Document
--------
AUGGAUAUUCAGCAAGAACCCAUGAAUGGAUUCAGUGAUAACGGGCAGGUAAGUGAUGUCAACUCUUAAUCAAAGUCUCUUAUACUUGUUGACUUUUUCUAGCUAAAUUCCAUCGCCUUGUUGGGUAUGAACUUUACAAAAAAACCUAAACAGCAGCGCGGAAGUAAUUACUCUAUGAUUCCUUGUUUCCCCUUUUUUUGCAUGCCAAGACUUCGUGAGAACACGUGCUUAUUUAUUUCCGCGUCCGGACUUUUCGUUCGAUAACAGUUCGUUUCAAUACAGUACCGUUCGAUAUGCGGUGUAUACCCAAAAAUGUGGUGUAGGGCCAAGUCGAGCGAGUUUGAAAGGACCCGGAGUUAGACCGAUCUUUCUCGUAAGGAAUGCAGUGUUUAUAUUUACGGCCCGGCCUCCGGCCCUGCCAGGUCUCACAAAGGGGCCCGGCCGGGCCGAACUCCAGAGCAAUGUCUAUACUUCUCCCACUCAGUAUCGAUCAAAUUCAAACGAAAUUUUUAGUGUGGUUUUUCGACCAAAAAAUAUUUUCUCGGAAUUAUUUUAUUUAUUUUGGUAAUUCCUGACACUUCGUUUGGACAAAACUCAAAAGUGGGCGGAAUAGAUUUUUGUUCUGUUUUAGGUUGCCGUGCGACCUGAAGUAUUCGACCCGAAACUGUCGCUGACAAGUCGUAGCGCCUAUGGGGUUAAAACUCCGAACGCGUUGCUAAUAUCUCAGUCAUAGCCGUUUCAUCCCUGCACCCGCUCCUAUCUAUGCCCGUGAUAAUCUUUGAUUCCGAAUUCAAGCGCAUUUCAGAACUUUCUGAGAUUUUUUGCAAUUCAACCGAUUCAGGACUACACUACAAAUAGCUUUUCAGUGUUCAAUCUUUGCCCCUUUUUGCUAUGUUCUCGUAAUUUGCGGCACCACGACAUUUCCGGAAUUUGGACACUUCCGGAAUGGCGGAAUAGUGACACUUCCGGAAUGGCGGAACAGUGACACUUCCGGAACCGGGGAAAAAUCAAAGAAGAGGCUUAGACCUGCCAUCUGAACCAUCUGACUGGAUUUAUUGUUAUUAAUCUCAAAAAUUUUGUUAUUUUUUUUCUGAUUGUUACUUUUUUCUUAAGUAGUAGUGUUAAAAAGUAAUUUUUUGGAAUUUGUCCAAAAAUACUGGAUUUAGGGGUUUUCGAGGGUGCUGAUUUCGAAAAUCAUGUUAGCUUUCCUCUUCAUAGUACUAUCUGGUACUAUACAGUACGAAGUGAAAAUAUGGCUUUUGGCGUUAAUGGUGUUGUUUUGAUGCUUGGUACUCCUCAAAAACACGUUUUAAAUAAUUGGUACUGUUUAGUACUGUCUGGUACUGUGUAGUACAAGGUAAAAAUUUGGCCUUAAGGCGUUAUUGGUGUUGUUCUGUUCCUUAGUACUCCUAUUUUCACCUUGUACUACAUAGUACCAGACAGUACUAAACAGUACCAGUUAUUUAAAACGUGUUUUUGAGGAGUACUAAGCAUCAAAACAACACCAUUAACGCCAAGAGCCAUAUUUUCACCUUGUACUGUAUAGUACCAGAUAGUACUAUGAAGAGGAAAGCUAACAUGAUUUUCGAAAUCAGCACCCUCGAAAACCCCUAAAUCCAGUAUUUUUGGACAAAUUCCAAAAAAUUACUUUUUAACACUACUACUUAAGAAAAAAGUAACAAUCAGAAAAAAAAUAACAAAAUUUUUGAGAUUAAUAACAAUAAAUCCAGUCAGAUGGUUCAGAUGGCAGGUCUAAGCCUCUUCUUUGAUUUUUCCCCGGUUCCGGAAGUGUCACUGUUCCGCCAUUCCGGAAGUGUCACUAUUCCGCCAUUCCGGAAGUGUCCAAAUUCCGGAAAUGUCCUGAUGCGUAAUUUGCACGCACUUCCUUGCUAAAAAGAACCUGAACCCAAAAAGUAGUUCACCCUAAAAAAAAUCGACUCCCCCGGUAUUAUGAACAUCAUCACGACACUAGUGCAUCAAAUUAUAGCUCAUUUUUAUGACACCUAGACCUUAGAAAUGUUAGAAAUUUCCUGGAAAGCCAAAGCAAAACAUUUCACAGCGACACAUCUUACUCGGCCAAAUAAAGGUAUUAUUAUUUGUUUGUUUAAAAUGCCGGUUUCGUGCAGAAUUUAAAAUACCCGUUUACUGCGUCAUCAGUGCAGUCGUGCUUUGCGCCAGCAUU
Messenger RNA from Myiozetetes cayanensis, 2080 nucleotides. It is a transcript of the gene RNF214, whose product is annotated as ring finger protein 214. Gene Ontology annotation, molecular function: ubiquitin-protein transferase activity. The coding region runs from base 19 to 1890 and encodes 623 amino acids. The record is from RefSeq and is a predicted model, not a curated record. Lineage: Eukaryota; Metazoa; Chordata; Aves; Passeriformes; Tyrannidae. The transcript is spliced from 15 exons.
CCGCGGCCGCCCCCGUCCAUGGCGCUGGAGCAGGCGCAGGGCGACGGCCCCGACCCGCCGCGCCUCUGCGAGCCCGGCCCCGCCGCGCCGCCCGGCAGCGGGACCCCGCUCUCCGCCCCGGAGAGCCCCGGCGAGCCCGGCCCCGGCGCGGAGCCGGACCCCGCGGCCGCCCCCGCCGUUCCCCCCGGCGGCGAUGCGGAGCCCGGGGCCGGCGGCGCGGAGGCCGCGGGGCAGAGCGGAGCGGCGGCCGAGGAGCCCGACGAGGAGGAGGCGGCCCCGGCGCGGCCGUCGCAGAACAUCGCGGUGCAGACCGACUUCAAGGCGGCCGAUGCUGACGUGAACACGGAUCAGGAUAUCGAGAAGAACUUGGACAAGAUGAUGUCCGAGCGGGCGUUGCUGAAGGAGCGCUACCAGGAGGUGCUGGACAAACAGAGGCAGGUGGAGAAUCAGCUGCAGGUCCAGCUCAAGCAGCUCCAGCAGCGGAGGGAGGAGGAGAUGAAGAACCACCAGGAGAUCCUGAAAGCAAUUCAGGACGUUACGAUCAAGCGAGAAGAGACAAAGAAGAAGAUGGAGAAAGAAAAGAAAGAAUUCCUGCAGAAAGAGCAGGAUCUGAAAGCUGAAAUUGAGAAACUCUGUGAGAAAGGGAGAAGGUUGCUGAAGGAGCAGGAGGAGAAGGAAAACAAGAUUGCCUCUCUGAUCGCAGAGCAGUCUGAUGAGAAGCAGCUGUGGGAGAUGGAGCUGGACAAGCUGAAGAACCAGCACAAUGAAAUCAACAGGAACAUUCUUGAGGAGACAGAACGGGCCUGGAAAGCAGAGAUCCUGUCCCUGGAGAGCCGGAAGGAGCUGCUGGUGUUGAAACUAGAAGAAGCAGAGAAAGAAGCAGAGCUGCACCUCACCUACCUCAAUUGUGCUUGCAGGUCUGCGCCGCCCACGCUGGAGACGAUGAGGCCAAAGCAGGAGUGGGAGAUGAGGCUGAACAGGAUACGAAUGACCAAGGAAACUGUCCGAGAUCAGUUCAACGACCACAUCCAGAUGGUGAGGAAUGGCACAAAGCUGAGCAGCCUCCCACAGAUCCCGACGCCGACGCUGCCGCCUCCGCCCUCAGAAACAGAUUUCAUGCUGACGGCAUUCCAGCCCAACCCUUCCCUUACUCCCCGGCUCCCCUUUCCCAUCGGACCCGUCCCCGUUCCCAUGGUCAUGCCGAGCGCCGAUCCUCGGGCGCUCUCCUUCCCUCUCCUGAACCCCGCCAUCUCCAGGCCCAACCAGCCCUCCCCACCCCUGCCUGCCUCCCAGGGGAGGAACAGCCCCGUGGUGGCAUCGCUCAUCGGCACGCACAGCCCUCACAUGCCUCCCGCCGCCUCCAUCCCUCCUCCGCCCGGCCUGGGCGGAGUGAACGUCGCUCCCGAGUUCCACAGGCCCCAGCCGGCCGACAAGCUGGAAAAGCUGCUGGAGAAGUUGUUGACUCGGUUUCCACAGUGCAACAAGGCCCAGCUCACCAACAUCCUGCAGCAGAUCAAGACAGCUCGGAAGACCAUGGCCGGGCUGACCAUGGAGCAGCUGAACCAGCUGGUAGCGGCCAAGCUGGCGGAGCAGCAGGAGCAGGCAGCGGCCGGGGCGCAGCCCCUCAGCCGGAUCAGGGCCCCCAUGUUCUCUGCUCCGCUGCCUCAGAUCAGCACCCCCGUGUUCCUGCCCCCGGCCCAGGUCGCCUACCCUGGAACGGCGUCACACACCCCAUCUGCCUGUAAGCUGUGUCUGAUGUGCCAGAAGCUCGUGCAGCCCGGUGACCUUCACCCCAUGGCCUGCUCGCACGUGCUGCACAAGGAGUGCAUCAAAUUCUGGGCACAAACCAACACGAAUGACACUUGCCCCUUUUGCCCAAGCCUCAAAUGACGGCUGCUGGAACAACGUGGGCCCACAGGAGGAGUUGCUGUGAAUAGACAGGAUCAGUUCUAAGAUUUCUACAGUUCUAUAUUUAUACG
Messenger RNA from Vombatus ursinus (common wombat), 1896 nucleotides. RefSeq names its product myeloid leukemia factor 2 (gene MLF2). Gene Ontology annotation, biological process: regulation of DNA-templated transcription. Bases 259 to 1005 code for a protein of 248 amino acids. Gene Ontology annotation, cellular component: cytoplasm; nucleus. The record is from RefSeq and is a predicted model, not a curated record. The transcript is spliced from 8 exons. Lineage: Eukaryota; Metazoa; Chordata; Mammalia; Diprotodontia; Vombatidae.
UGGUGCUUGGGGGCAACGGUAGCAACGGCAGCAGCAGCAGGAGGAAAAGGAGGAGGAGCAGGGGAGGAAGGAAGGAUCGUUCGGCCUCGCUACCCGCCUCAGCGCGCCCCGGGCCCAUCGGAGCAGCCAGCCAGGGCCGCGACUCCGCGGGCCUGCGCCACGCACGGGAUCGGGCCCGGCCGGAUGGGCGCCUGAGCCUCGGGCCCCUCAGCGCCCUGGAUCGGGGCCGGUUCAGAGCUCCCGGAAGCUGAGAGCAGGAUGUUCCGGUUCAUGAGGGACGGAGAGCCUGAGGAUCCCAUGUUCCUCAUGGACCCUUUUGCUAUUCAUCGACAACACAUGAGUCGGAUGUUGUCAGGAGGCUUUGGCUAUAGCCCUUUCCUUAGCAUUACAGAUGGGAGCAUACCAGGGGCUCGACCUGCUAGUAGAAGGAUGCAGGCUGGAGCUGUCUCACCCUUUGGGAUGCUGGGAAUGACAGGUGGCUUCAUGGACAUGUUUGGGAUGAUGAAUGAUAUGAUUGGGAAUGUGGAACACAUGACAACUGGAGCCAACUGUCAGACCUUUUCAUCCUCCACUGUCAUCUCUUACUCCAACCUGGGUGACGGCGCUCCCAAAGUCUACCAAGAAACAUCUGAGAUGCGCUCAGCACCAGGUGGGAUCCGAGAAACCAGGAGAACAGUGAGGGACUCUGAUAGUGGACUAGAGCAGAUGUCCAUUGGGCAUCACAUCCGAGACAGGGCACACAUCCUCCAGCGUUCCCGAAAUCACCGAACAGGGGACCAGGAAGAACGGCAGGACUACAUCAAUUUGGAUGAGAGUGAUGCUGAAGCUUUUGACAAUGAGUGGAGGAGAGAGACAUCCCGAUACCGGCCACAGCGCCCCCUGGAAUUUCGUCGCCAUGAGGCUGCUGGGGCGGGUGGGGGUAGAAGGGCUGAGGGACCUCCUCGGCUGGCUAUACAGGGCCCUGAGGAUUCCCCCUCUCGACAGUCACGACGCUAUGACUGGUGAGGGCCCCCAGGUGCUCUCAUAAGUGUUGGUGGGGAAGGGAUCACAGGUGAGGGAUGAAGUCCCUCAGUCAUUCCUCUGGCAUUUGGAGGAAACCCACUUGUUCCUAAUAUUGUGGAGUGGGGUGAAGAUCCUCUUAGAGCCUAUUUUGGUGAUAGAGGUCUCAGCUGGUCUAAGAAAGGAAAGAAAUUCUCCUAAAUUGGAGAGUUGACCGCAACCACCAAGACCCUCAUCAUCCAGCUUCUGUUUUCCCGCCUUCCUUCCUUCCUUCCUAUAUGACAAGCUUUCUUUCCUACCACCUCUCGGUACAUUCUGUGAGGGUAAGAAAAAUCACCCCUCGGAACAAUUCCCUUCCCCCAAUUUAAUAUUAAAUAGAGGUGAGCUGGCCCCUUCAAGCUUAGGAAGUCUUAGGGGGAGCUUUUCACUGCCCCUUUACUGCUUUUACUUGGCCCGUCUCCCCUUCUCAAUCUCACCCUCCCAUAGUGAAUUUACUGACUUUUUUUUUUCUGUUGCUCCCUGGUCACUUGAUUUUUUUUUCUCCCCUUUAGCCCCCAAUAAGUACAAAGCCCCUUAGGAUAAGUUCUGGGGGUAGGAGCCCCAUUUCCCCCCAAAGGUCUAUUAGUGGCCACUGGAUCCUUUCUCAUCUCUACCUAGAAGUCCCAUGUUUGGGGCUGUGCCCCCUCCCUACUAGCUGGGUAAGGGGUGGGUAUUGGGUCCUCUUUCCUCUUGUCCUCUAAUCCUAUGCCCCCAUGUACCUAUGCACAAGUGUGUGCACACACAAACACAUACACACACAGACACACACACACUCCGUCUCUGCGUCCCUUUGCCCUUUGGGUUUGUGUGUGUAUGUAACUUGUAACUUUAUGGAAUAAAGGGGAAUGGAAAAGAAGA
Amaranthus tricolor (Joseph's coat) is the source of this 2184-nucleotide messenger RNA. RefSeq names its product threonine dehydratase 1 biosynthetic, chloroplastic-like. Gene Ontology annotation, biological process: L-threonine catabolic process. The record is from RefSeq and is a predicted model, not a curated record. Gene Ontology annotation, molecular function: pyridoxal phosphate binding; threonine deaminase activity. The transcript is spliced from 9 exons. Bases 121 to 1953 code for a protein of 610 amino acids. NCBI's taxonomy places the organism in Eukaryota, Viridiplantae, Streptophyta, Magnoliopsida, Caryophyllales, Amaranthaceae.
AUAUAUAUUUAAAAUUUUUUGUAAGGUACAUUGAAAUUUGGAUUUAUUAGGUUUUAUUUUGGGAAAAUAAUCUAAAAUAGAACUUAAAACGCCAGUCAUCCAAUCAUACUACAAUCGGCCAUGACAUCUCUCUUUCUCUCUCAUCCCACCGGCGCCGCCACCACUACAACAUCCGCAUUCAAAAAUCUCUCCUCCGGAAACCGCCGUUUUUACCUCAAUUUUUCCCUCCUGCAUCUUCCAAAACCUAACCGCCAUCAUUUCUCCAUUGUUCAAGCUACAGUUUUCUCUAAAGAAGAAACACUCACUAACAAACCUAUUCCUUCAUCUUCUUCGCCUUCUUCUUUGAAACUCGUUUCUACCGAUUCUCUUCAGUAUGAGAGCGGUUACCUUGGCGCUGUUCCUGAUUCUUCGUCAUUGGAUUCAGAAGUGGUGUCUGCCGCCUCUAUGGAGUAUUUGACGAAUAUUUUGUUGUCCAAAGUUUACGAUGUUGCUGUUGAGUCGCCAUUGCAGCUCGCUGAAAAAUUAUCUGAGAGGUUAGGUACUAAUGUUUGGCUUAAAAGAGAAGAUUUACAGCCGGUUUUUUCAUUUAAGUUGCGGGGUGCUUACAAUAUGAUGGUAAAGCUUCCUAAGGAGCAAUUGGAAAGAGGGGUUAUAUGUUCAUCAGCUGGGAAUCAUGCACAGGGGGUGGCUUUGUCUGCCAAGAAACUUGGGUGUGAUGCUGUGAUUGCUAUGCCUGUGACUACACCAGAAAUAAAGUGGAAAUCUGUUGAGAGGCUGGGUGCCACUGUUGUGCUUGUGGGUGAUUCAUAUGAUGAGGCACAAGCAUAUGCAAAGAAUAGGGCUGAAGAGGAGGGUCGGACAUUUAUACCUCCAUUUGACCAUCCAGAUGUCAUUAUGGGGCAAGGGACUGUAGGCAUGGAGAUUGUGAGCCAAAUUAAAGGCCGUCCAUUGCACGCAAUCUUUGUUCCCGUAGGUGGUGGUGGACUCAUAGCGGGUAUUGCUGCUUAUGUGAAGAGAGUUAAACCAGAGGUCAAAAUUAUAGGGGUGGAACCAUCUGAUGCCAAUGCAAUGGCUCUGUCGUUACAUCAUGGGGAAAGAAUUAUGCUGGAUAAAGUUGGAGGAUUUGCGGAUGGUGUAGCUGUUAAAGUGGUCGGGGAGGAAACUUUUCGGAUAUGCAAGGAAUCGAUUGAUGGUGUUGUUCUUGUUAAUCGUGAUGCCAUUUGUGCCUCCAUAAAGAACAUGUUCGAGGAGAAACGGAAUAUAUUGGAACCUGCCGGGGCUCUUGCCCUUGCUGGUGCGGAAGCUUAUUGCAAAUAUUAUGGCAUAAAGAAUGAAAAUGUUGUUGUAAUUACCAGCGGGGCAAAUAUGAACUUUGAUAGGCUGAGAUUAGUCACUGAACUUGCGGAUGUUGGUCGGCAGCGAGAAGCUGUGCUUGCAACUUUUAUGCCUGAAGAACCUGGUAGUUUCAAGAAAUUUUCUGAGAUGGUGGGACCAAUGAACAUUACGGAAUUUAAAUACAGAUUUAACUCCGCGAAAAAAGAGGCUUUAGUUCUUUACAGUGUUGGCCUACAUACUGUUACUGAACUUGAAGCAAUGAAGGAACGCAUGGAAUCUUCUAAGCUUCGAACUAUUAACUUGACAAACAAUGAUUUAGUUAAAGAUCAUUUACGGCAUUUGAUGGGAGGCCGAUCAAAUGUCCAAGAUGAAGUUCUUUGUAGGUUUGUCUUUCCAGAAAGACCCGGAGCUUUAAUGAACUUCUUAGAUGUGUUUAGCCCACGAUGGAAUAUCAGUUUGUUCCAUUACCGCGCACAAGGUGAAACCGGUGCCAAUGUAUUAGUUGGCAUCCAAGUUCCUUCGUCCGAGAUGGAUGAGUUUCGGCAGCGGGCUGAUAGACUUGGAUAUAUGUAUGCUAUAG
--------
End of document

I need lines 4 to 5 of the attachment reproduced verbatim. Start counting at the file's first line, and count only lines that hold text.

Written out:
Messenger RNA from Vombatus ursinus (common wombat), 1896 nucleotides. RefSeq names its product myeloid leukemia factor 2 (gene MLF2). Gene Ontology annotation, biological process: regulation of DNA-templated transcription. Bases 259 to 1005 code for a protein of 248 amino acids. Gene Ontology annotation, cellular component: cytoplasm; nucleus. The record is from RefSeq and is a predicted model, not a curated record. The transcript is spliced from 8 exons. Lineage: Eukaryota; Metazoa; Chordata; Mammalia; Diprotodontia; Vombatidae.
UGGUGCUUGGGGGCAACGGUAGCAACGGCAGCAGCAGCAGGAGGAAAAGGAGGAGGAGCAGGGGAGGAAGGAAGGAUCGUUCGGCCUCGCUACCCGCCUCAGCGCGCCCCGGGCCCAUCGGAGCAGCCAGCCAGGGCCGCGACUCCGCGGGCCUGCGCCACGCACGGGAUCGGGCCCGGCCGGAUGGGCGCCUGAGCCUCGGGCCCCUCAGCGCCCUGGAUCGGGGCCGGUUCAGAGCUCCCGGAAGCUGAGAGCAGGAUGUUCCGGUUCAUGAGGGACGGAGAGCCUGAGGAUCCCAUGUUCCUCAUGGACCCUUUUGCUAUUCAUCGACAACACAUGAGUCGGAUGUUGUCAGGAGGCUUUGGCUAUAGCCCUUUCCUUAGCAUUACAGAUGGGAGCAUACCAGGGGCUCGACCUGCUAGUAGAAGGAUGCAGGCUGGAGCUGUCUCACCCUUUGGGAUGCUGGGAAUGACAGGUGGCUUCAUGGACAUGUUUGGGAUGAUGAAUGAUAUGAUUGGGAAUGUGGAACACAUGACAACUGGAGCCAACUGUCAGACCUUUUCAUCCUCCACUGUCAUCUCUUACUCCAACCUGGGUGACGGCGCUCCCAAAGUCUACCAAGAAACAUCUGAGAUGCGCUCAGCACCAGGUGGGAUCCGAGAAACCAGGAGAACAGUGAGGGACUCUGAUAGUGGACUAGAGCAGAUGUCCAUUGGGCAUCACAUCCGAGACAGGGCACACAUCCUCCAGCGUUCCCGAAAUCACCGAACAGGGGACCAGGAAGAACGGCAGGACUACAUCAAUUUGGAUGAGAGUGAUGCUGAAGCUUUUGACAAUGAGUGGAGGAGAGAGACAUCCCGAUACCGGCCACAGCGCCCCCUGGAAUUUCGUCGCCAUGAGGCUGCUGGGGCGGGUGGGGGUAGAAGGGCUGAGGGACCUCCUCGGCUGGCUAUACAGGGCCCUGAGGAUUCCCCCUCUCGACAGUCACGACGCUAUGACUGGUGAGGGCCCCCAGGUGCUCUCAUAAGUGUUGGUGGGGAAGGGAUCACAGGUGAGGGAUGAAGUCCCUCAGUCAUUCCUCUGGCAUUUGGAGGAAACCCACUUGUUCCUAAUAUUGUGGAGUGGGGUGAAGAUCCUCUUAGAGCCUAUUUUGGUGAUAGAGGUCUCAGCUGGUCUAAGAAAGGAAAGAAAUUCUCCUAAAUUGGAGAGUUGACCGCAACCACCAAGACCCUCAUCAUCCAGCUUCUGUUUUCCCGCCUUCCUUCCUUCCUUCCUAUAUGACAAGCUUUCUUUCCUACCACCUCUCGGUACAUUCUGUGAGGGUAAGAAAAAUCACCCCUCGGAACAAUUCCCUUCCCCCAAUUUAAUAUUAAAUAGAGGUGAGCUGGCCCCUUCAAGCUUAGGAAGUCUUAGGGGGAGCUUUUCACUGCCCCUUUACUGCUUUUACUUGGCCCGUCUCCCCUUCUCAAUCUCACCCUCCCAUAGUGAAUUUACUGACUUUUUUUUUUCUGUUGCUCCCUGGUCACUUGAUUUUUUUUUCUCCCCUUUAGCCCCCAAUAAGUACAAAGCCCCUUAGGAUAAGUUCUGGGGGUAGGAGCCCCAUUUCCCCCCAAAGGUCUAUUAGUGGCCACUGGAUCCUUUCUCAUCUCUACCUAGAAGUCCCAUGUUUGGGGCUGUGCCCCCUCCCUACUAGCUGGGUAAGGGGUGGGUAUUGGGUCCUCUUUCCUCUUGUCCUCUAAUCCUAUGCCCCCAUGUACCUAUGCACAAGUGUGUGCACACACAAACACAUACACACACAGACACACACACACUCCGUCUCUGCGUCCCUUUGCCCUUUGGGUUUGUGUGUGUAUGUAACUUGUAACUUUAUGGAAUAAAGGGGAAUGGAAAAGAAGA